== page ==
Their nazi salutes were almost close enough to hit me in my face. “Heil Trump!” they spat. White men, and some women, carried assault rifles and shields down Market Street.
I was locked arm and arm with the counterprotesters. We chanted “No Nazis! No KKK! No fascist USA!” My legs shook as I screamed as loud as I could.
When white supremacists released smoke bombs, pepper spray, or water bottles with purplish chemicals, a woman next to me put her homemade poster over my head. I glimpsed up the street. Hundreds of them trailed behind.
We were outnumbered.
24 hours before, I was not planning on being there. I was living in Charlottesville for a summer internship. Weeks before, I read about the possibility of white supremacist groups coming to the town I was living in. Then, they were granted permits to protest on Aug. 12. Then, they promised to march open-armed.
“Stay away from them,” my mom told me.
12 hours before, I was sitting in my apartment and checked my Twitter feed. I hit “play” on the first video that popped up. Footage of white men in khakis and white polos yelling, “You will not replace us!” with Tiki torches in their hands, rioting in front of the Thomas Jefferson monument, polluted my screen.
The camera panned to the trans woman taking the video, a local activist I’d followed when I moved to Charlottesville a few weeks earlier. Tears streamed down her red, swollen face. She had been pepper-sprayed.
“Where are you? We need you here!” she screamed at her followers watching her livestream. She was one of approximately 20 counterprotesters standing up against the sea of white supremacists.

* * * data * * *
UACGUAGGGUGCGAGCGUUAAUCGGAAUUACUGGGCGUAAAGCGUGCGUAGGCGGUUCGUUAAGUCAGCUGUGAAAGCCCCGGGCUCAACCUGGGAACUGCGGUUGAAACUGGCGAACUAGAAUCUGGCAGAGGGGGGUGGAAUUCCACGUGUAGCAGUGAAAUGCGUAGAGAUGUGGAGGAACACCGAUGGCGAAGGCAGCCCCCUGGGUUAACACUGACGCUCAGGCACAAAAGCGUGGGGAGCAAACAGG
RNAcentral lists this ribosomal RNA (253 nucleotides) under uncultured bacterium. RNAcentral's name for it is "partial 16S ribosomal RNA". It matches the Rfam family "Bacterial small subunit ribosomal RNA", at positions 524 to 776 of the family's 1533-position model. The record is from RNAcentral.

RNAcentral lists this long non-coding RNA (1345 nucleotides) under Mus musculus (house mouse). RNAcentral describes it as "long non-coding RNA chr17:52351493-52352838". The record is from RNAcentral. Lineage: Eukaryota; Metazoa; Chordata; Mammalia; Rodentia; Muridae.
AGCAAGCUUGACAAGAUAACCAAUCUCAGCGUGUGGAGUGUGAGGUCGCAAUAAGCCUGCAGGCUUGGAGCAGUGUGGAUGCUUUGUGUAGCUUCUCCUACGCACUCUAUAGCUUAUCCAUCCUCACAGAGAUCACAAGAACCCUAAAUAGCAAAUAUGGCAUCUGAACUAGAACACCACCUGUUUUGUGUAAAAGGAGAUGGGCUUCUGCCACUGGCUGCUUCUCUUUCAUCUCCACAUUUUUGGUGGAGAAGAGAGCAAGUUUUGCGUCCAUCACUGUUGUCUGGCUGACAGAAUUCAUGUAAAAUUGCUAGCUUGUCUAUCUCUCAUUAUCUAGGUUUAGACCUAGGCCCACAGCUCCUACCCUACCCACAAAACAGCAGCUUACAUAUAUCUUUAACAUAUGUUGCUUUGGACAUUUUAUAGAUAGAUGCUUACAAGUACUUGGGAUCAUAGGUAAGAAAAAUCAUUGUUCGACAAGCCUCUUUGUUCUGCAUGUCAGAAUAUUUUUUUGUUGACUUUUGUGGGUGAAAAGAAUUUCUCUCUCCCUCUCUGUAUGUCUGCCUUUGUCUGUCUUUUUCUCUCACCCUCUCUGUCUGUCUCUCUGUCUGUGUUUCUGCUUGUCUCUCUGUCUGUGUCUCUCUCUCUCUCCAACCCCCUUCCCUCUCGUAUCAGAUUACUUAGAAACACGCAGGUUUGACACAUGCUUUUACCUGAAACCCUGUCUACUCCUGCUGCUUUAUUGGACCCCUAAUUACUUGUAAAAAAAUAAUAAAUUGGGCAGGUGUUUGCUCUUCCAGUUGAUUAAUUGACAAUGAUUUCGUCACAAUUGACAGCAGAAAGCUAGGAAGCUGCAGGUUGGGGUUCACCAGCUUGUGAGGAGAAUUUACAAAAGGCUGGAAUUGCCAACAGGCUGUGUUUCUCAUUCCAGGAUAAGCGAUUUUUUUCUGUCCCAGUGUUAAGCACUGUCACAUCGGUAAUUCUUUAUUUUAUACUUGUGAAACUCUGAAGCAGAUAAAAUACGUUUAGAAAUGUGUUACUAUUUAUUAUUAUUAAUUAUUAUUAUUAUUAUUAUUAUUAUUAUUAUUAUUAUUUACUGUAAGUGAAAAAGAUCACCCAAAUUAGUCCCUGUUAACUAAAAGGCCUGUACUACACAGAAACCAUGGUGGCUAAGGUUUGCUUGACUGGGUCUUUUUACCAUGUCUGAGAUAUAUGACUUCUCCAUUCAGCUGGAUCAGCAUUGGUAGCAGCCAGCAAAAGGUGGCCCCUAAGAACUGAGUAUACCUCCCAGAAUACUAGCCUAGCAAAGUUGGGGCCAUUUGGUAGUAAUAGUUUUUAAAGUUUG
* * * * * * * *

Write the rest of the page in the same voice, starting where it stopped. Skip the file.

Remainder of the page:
In that instant, I knew I had to stop expecting people to show up. For weeks, I told myself people will show up on Aug. 12 to protest these thugs. I knew I wanted to go. I needed to go. But, out of fear, I told myself I wouldn’t.
Watching the activist’s livestream from the comfort of my bed, just a mile away, made me feel guilty.
I knew the real, uncomfortable reasoning behind my guilt: it is an extreme privilege, as a white person, to not anticipate needing to protest.
I texted my friend: We have to show up tomorrow.
After counter-protesting, I can say that same privilege is what afforded me the confidence to show up.
In school, I am encouraged to write about privilege and power, systemic racism, identity, agency, prejudice, etc. Because of this, I know, as a white person, I am responsible for dismantling white supremacy.
But, in those long hours, in those few streets, hate was trumping love. It felt like they were winning.
These terrorists have promised that they will keep showing up. This can happen anywhere. We have to show up. We can’t let them think they’re winning.